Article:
Movie Review: Jem and the Holograms
We’ve seen Hasbro-Marvel Productions-Sunbow Productions creations like Transformers and G.I. Joe being remade by Hollywood, resulting in mixed to positive reception from the series’ ardent fans and movie critics. Sadly, the remake of Jem and the Holograms, another of these collaborations, is barely surviving at the box office, and it’s no mystery why.
Directed by Step Up’s and G.I. Joe: Retaliation’s Jon M. Chu, the musical fantasy now has an “Internet age” twist, perhaps an attempt to entice the younger generation who didn’t grow up with the original 80s cartoon. That told the adventures of Jerrica Benton as her pop-star alter-ego, Jem, and her band The Holograms. The action-sci-fi series, which ran for 3 seasons and often pit Jem against rival bands like The Misfits, spawned a comic series, action figure line and now, the live-action movie.
Fans, however, are far from cheering, aggrieved as they are about the lack of decent semblance to the original, and the absence of sci-fi elements, perhaps because they refused to involve the original series creator Christy Marx in writing it.
Instead of being the boss of a record company Starlight Music, left by her late father, Jerrica Benton (Aubrey Peeples) is now a bashful singer-songwriter. One night, Jerrica, in the guise of “Jem”, records herself singing an original song using her camera. After her sister Kimber (Stefanie Scott) uploads the video without Jerrica’s knowledge on YouTube, it instantly garners millions of views, with news outlets vying for an exclusive with the mysterious Jem. Jerrica, Kimber and the 2 foster sisters, Aja (Hayley Kiyoko) and Shana (Aurora Perrineau) they live with after their father died. They eventually land a contract with, can you believe it, Starlight Records. The deal is brokered by sly manager Erica Raymond (Juliette Lewis), and they move to Los Angeles to pursue their undeserved musical career.
Why undeserved? Firstly, none of the sisters were even in on the act in the viral video, and secondly, YouTube is so oversaturated with new content every day, with 300 hours of video uploaded each minute, according to The Guardian. To have that 1 video of Jem crowd out everything else, immediately skyrocketing her to the status of a global phenomenon isn’t realistic when she’s neither prodigiously talented, nor as starkly different and attention-grabbing as Psy. While we admit that Peeples sounded decent in that video, she’s not the next Adele or Taylor Swift by a very long shot.
Apart from similar costumes and makeup from the original series, the essence of the cartoon is blatantly absent in the movie. Synergy is now a less smart and a slightly dog-like machine, somewhat like an Aibo, a major step down from its original incarnation as the A.I. of a sophisticated and powerful machine that gave Jerrica the ability to project a hologram (explaining The Holograms) over herself, to become Jem. In the film, Synergy makes the sisters embark on a scavenger hunt for its missing parts to uncover a message left behind by their father. Cliché last message? You bet.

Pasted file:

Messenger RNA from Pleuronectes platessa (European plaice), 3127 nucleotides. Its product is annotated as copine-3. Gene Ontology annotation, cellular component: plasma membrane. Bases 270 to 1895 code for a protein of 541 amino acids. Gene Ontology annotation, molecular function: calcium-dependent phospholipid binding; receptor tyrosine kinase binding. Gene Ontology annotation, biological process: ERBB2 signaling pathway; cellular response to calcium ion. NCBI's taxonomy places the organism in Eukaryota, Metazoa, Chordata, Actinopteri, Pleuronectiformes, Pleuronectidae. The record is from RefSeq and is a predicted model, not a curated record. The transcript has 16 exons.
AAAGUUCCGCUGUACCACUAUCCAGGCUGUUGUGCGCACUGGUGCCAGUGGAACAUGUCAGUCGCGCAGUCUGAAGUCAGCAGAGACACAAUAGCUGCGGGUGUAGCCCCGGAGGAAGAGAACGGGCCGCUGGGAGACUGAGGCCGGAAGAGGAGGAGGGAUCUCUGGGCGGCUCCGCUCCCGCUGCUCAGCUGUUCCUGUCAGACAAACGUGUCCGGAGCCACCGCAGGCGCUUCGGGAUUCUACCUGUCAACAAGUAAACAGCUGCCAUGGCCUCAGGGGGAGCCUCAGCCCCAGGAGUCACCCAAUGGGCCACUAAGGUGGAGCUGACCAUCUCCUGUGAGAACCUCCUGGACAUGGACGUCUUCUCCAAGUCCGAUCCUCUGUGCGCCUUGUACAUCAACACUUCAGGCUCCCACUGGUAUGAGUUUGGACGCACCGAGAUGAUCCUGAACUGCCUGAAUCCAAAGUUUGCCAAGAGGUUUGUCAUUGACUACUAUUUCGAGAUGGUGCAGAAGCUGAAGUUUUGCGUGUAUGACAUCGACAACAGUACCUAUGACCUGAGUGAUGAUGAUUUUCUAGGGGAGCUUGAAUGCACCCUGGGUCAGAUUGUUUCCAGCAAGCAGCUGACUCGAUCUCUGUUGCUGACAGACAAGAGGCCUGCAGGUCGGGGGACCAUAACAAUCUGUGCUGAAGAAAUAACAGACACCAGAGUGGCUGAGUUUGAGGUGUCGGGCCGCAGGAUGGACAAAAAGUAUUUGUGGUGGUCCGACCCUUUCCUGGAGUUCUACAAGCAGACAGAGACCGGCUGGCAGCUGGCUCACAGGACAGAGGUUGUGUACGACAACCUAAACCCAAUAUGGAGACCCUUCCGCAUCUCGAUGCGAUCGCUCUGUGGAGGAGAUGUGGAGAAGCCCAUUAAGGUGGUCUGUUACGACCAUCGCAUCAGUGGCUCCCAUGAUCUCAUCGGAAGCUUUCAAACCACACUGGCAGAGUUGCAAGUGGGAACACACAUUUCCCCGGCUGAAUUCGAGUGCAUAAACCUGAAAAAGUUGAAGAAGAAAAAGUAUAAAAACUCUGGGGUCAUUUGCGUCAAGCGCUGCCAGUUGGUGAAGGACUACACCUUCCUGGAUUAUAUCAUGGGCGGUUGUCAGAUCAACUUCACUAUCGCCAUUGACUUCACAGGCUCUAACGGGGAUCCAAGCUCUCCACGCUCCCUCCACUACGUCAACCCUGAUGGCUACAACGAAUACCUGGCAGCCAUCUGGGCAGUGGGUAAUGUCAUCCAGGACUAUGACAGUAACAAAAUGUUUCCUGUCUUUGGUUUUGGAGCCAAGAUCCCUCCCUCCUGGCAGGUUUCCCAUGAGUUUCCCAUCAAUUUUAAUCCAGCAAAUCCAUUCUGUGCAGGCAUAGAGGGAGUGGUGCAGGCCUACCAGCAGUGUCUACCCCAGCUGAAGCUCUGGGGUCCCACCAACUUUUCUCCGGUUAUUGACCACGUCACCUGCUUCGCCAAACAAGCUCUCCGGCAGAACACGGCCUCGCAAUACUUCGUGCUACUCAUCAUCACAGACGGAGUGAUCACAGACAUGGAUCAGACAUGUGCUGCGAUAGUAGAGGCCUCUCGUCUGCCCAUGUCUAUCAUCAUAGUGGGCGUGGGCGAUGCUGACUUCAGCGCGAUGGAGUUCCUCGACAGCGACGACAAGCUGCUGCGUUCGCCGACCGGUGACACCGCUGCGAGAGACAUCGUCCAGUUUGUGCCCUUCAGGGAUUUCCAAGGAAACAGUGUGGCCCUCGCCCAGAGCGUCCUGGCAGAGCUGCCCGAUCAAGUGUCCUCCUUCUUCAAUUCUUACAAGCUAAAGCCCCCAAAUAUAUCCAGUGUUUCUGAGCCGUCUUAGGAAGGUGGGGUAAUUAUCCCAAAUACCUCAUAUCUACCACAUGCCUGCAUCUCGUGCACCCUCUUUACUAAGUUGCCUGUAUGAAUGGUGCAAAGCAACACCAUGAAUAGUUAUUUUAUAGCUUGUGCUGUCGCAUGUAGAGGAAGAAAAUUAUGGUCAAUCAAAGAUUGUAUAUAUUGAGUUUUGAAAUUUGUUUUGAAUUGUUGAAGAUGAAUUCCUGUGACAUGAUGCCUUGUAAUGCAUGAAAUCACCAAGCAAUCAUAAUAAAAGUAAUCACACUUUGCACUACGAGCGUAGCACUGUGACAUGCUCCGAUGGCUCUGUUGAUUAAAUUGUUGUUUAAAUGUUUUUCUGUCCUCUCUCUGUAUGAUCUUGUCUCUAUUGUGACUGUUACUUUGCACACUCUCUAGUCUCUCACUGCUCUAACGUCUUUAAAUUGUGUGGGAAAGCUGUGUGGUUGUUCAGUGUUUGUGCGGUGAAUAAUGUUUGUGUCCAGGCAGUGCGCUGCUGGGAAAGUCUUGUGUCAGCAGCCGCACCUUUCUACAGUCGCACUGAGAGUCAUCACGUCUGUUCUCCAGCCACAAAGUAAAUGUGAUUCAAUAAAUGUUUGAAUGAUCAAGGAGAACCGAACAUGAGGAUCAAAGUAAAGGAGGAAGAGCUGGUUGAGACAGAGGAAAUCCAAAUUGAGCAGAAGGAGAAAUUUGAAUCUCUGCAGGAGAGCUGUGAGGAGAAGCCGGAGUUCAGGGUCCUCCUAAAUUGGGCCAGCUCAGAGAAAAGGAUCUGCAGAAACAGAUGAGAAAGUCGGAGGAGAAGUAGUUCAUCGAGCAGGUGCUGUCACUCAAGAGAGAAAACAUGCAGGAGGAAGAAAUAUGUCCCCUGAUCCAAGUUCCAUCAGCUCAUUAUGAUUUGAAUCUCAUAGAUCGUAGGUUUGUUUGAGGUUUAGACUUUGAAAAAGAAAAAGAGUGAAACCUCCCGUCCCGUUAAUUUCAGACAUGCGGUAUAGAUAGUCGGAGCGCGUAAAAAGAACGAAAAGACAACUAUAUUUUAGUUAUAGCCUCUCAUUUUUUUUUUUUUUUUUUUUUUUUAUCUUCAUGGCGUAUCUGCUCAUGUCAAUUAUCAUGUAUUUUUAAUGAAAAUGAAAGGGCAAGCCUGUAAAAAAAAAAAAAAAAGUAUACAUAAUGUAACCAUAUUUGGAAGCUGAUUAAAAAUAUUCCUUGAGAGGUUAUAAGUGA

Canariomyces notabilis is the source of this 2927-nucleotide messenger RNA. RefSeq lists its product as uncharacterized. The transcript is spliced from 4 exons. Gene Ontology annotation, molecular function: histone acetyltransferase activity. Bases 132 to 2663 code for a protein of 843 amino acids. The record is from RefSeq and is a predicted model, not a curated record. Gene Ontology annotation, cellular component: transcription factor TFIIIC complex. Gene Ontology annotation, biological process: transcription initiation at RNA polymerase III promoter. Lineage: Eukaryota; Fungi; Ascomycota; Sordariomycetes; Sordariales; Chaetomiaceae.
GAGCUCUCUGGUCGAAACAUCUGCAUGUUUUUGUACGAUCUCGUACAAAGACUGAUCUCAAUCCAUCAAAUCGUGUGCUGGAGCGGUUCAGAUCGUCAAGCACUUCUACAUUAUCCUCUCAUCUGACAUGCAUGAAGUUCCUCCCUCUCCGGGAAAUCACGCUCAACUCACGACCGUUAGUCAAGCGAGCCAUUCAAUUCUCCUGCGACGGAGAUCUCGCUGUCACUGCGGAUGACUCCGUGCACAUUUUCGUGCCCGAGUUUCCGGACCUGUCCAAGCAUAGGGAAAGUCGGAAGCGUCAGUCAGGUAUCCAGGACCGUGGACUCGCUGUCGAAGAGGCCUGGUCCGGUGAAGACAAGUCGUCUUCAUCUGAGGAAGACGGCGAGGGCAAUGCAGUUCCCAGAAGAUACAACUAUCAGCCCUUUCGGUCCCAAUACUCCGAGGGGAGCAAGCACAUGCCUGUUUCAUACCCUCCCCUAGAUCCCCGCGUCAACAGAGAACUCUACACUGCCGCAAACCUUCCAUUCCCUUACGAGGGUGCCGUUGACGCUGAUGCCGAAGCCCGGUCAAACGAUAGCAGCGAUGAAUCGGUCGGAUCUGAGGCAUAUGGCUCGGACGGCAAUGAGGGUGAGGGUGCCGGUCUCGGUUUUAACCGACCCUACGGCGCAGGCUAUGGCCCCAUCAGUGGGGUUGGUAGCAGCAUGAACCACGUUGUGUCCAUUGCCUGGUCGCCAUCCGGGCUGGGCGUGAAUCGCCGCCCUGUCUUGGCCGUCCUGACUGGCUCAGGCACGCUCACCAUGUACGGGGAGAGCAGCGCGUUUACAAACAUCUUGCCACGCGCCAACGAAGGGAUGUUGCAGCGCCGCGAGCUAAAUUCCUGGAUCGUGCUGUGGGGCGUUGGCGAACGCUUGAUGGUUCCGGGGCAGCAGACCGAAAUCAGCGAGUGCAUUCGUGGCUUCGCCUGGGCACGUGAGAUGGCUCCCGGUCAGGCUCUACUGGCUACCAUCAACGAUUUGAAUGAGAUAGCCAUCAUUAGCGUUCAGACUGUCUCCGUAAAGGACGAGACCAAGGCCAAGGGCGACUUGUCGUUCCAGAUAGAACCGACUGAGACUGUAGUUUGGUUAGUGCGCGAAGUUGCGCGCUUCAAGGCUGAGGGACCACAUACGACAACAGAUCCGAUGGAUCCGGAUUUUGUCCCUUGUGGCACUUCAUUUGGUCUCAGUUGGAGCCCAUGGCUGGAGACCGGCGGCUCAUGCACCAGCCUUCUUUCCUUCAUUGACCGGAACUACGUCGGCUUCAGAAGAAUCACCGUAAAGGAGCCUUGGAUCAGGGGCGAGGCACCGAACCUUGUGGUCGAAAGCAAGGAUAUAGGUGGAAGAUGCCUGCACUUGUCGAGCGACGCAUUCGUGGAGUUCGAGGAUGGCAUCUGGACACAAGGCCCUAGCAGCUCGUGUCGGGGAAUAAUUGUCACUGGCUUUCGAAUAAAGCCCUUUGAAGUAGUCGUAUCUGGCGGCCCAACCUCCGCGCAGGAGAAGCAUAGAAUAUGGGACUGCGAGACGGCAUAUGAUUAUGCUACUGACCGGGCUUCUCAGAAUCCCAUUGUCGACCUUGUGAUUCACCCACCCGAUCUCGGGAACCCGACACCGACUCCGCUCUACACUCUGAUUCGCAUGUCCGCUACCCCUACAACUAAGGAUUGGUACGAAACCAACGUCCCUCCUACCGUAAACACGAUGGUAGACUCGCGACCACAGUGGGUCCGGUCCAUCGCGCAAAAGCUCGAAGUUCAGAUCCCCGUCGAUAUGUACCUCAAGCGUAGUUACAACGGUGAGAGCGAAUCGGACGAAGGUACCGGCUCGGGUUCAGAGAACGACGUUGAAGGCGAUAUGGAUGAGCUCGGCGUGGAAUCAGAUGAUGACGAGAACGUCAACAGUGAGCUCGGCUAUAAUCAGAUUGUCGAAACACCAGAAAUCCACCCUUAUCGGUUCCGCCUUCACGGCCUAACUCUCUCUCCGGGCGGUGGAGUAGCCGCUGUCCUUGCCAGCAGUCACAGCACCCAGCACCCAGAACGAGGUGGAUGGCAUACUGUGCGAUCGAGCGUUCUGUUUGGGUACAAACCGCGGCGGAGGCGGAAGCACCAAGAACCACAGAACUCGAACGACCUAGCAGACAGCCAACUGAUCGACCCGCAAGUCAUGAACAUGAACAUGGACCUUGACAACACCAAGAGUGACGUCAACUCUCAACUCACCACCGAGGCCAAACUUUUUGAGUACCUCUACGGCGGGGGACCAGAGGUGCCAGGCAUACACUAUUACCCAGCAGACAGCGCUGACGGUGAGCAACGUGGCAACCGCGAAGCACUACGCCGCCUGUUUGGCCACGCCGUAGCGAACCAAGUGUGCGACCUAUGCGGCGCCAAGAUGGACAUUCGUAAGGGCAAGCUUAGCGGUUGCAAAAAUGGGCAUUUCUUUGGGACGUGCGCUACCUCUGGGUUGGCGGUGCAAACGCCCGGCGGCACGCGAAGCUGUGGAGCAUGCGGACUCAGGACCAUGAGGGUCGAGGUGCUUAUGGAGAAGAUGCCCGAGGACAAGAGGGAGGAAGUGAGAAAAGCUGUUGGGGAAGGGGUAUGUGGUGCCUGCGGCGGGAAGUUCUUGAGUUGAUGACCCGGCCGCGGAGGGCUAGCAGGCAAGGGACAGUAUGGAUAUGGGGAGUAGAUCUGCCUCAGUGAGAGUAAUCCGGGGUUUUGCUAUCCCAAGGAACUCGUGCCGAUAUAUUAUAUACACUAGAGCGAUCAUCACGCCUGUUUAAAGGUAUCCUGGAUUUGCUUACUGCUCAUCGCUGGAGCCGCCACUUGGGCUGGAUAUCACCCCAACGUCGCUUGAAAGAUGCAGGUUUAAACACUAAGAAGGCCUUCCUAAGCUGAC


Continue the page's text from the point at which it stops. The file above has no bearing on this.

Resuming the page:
References from the cartoon were popped into the film without proper context, adding confusion for those who’ve never watched the Jem series. A scene during the mid-credits included Erica Raymond recruiting rival band The Misfits to destroy the band she’d trained and invested on, after Jerrica breached her contract with Starlight Records. Perhaps this is a preview to a potential sequel, although half the viewers had actually left the cinema by then.
The film’s only saving grace was its original pop music that’s rather catchy, with moderately meaningful lyrics, like “Youngblood” (Who’s got the eye of the tiger? If you a fighter, if you got soul, who wants to walk on the wire).
It tries to convey a positive message about how being your true self is always the best and how the corporate world is evil, as if we haven’t already heard that refrain enough in Hannah Montana, Josie & the Pussycats and recent movies like Breaking Through, which was also about a young aspiring performer finding instant fame and losing her identity on YouTube.
Instead of taking the lazy way out and trying to set this up as a remake to milk nostalgia money from fans, who they’ve now incensed, Hollywood might be better off trying to position it as an original. If you can look past the obvious similarities with Hannah Montana and Breaking Through, that is.
That makes that possible sequel about as real as a hologram…
Release Date: 26 November 2015
Runtime: 118 minutes
Genre: Musical Fantasy
Director: Jon M. Chu
Cast: Aubrey Peeples, Stefanie Scott, Hayley Kiyoko, Aurora Perrineau, Juliette Lewis, Ryan Guzman
(Photos courtesy of United International Pictures Singapore)
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